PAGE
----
Champagne can cause malnutrition

Tarlant champagne

Alcohol contains only empty calories and has no nutritional value.

It can often contribute to malnutrition because high levels of calories in

most alcoholic drinks can account for a large percentage of your daily

energy requirements.

Even one alcoholic drink a day can contribute to malnutrition

The black dark..

If you’re a farmer it’s a different story

Its  dark, wet, cold. The animals are always hungry. It’s a long time to the spring when stuff gets growing again

You never know what’s around the corner, just when you think you’re on top, something or someone is there  to knock you down

The pub could be miles away, but its the only respite. At least you can meet and chat and share.

For a few hours anyway, you’re not on your own

Its late by the time you get there, so much to be done. You have a pint, its well deserved

Whiskey too for the night that’s in it.

Trouble is 40% alcohol is just that, trouble

Alcohol is not a happy drug. If you’re feeling down it drags you deeper

Alcohol is highly toxic, it kills cells, so your health suffers

If anything happens to you, who’s going to look after the animals, the dog?

Who’s going to look after you?

This can be the blackest, bleakest time of year!

Is red wine good for your heart?

No, is the simple answer

The French paradox – in spite of high saturated fat intake, the French die less of coronary heart disease thanks to their higher consumption of red wine

The concept that drinking red wine can prevent cardiovascular disease dates back to the early nineties, when Serge Renaud and Michel de Lorgeril published a paper in the Lancet entitled,   ” Wine, alcohol, platelets and the French paradox for coronary heart disease”. They argued that whereas their consumption of saturated fat was high, mortality from coronary heart disease was low compared to the US and the UK. They called this the “French paradox” The difference was the French drink more red wine, there was some protective polyphenols that came straight from red grapes. The studies were based on data from three French cities, Toulouse, Strasbourg and Lille. CHD mortality was much lower in Toulouse compared to Strasbourg and Lille, however wine consumption was much higher in Toulouse compared to the other two cities.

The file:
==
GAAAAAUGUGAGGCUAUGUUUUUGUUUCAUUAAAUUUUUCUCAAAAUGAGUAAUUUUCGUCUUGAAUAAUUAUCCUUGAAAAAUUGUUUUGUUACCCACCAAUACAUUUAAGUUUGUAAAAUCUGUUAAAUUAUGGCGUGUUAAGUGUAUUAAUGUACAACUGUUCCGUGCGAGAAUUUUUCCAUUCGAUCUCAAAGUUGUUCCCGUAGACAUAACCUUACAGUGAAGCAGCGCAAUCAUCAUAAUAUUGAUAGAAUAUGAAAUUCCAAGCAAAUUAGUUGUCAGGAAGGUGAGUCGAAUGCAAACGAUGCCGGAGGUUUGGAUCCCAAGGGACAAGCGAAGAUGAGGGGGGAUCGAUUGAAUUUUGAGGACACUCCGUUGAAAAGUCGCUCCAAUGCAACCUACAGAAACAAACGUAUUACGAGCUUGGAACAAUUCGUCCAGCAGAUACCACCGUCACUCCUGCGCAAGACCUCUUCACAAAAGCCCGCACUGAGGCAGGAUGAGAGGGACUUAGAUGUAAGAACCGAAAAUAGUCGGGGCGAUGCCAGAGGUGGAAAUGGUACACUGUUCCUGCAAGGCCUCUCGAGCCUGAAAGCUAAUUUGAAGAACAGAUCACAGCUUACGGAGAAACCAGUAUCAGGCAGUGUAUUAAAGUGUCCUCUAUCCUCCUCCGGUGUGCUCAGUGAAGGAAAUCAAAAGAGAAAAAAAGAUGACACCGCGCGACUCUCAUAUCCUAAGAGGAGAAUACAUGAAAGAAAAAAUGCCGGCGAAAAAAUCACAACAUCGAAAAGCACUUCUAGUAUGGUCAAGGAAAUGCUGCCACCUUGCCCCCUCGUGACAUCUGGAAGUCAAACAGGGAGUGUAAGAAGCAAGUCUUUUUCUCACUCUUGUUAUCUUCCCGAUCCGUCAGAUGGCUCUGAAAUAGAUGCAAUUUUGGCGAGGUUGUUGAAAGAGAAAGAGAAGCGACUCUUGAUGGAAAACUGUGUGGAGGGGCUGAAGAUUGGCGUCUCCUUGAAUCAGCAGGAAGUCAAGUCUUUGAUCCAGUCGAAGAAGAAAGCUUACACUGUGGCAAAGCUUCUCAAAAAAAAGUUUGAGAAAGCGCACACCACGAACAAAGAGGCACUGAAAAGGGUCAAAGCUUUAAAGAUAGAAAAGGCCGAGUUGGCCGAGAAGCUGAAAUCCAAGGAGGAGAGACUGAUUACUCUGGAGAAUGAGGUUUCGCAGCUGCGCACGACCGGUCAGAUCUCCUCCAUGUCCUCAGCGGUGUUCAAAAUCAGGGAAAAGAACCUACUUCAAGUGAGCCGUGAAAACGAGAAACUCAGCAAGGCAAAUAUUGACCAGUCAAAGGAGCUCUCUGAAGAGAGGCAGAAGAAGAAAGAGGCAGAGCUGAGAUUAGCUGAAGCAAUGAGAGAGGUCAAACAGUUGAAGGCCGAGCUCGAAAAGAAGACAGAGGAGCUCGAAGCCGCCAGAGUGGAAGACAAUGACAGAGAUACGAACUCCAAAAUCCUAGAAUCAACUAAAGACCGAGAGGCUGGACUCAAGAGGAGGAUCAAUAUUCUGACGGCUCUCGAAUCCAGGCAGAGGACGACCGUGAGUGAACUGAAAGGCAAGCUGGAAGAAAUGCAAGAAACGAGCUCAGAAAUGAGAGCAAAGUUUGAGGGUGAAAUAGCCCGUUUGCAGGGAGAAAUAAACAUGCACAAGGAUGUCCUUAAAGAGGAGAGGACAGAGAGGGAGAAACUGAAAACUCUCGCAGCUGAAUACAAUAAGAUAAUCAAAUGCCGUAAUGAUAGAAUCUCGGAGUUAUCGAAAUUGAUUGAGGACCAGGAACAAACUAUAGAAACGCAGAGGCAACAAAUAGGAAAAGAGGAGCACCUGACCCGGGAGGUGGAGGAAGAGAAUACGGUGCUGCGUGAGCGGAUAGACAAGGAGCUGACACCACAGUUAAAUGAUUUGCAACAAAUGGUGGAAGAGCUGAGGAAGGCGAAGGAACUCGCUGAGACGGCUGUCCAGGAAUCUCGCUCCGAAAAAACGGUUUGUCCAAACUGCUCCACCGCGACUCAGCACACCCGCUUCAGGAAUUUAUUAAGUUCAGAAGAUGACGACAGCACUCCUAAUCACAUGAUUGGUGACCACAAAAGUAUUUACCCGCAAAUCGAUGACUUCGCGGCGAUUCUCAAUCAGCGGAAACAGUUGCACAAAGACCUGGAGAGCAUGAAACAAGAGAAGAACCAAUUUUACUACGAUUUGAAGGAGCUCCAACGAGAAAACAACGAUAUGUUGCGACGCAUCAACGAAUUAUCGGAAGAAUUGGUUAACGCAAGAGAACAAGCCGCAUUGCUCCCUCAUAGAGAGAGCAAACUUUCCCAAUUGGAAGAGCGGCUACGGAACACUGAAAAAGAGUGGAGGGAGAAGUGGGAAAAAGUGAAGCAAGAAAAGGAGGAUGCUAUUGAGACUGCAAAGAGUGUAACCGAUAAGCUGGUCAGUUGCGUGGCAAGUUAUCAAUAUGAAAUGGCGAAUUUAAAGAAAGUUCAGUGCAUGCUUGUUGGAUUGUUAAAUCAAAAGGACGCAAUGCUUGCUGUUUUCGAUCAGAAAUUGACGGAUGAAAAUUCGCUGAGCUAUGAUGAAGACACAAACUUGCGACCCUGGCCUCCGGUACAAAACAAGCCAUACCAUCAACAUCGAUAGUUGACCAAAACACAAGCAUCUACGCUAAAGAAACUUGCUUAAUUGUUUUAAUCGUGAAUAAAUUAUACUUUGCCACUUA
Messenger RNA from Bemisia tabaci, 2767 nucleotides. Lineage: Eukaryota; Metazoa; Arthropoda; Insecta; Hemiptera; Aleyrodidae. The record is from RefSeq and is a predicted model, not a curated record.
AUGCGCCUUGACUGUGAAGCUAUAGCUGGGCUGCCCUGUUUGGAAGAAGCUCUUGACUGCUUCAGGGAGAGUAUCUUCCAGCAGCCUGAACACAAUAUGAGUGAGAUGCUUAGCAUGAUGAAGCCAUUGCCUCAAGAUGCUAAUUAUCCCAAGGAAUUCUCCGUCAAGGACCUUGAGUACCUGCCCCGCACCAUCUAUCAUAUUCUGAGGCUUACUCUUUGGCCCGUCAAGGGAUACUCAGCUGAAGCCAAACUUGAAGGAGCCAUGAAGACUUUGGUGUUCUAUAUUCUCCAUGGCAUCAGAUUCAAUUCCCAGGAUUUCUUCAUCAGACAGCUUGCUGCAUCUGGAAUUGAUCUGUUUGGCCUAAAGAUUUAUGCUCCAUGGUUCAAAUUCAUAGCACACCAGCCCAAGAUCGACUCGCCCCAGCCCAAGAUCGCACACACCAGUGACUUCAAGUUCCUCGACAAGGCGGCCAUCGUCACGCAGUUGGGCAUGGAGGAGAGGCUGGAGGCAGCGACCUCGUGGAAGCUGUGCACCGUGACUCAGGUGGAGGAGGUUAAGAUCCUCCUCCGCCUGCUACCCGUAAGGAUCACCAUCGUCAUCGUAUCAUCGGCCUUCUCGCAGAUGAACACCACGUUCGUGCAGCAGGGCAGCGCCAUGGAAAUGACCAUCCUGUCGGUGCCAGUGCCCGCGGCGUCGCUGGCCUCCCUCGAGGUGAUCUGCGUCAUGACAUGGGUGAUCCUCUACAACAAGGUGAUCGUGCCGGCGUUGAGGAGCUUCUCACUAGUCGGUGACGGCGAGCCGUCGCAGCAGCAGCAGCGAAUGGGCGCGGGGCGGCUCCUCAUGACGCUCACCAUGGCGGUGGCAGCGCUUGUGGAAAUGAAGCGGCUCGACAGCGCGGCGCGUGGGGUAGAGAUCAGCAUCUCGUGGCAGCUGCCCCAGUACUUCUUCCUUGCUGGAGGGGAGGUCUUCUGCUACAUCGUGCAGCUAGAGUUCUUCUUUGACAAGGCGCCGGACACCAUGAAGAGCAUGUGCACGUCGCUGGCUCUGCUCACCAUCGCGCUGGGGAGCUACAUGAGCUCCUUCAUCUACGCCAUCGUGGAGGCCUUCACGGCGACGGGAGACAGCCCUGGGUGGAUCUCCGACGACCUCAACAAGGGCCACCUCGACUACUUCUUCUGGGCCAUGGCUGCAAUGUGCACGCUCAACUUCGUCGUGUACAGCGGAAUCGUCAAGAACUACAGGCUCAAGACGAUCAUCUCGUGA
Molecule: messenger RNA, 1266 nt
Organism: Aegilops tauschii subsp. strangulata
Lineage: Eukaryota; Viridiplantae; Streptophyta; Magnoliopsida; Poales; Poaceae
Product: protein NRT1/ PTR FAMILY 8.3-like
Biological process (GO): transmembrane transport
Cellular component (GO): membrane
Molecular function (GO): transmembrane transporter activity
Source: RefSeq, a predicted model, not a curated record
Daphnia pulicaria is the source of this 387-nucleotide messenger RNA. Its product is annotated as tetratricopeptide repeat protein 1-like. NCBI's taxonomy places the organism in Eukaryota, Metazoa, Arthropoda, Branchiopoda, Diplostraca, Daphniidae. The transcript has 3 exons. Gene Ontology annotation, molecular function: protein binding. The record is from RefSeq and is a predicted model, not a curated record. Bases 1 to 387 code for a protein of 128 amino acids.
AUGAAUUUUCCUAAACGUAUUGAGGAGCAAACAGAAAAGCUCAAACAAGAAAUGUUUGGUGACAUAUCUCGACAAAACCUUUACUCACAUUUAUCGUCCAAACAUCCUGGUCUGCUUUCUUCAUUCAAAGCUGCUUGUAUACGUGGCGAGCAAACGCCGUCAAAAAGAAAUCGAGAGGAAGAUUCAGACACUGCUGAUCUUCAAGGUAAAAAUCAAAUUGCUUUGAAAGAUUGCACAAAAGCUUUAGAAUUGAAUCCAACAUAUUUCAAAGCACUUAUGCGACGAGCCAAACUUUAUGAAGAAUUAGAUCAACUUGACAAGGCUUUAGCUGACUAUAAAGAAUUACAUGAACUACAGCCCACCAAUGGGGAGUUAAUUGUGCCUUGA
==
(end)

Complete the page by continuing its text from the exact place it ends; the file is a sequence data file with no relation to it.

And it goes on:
In the 1990s, wine  sales in europe were declining, with many young people switching to beer, wine drinking was seen to be old-fashioned. The wine industry jumped on the “French paradox” story promoting an epic marketing campaign which instilled in a lot of people the idea that drinking red wine is good for your heart.

A great deal of research ensued and found, while there was some beneficial effects from the extracts from grapes, the amount of wine needed to get enough resveratrols to produce a significant effect would be incompatible with the toxic effects of alcohol.

The key to below the norm mortality rates from CHD in Toulouse, was not red wine but diet. While they drank more red wine and ate slightly more cheese, they ate a lot more vegetables, a lot more fruit, half the butter and more vegetable fat and more bread. In other words they were eating more fruit and vegetables and ingested more fibre, less saturated fat, more polyunsaturated fat and more grains.

The popular narrative of the French paradox gets the premise and the conclusion wrong. It is wrong to assume that saturated fat is all that matters to predict cardiovascular risk, since we know it is just one of the many dietary factors involved. And it is dead wrong to suggest that drinking a few glasses of red wine is all you need to make it better. If anything, the whole story proves once more the concept that the balance of diet in general is more important than any single component in preventing disease and ensuring good health.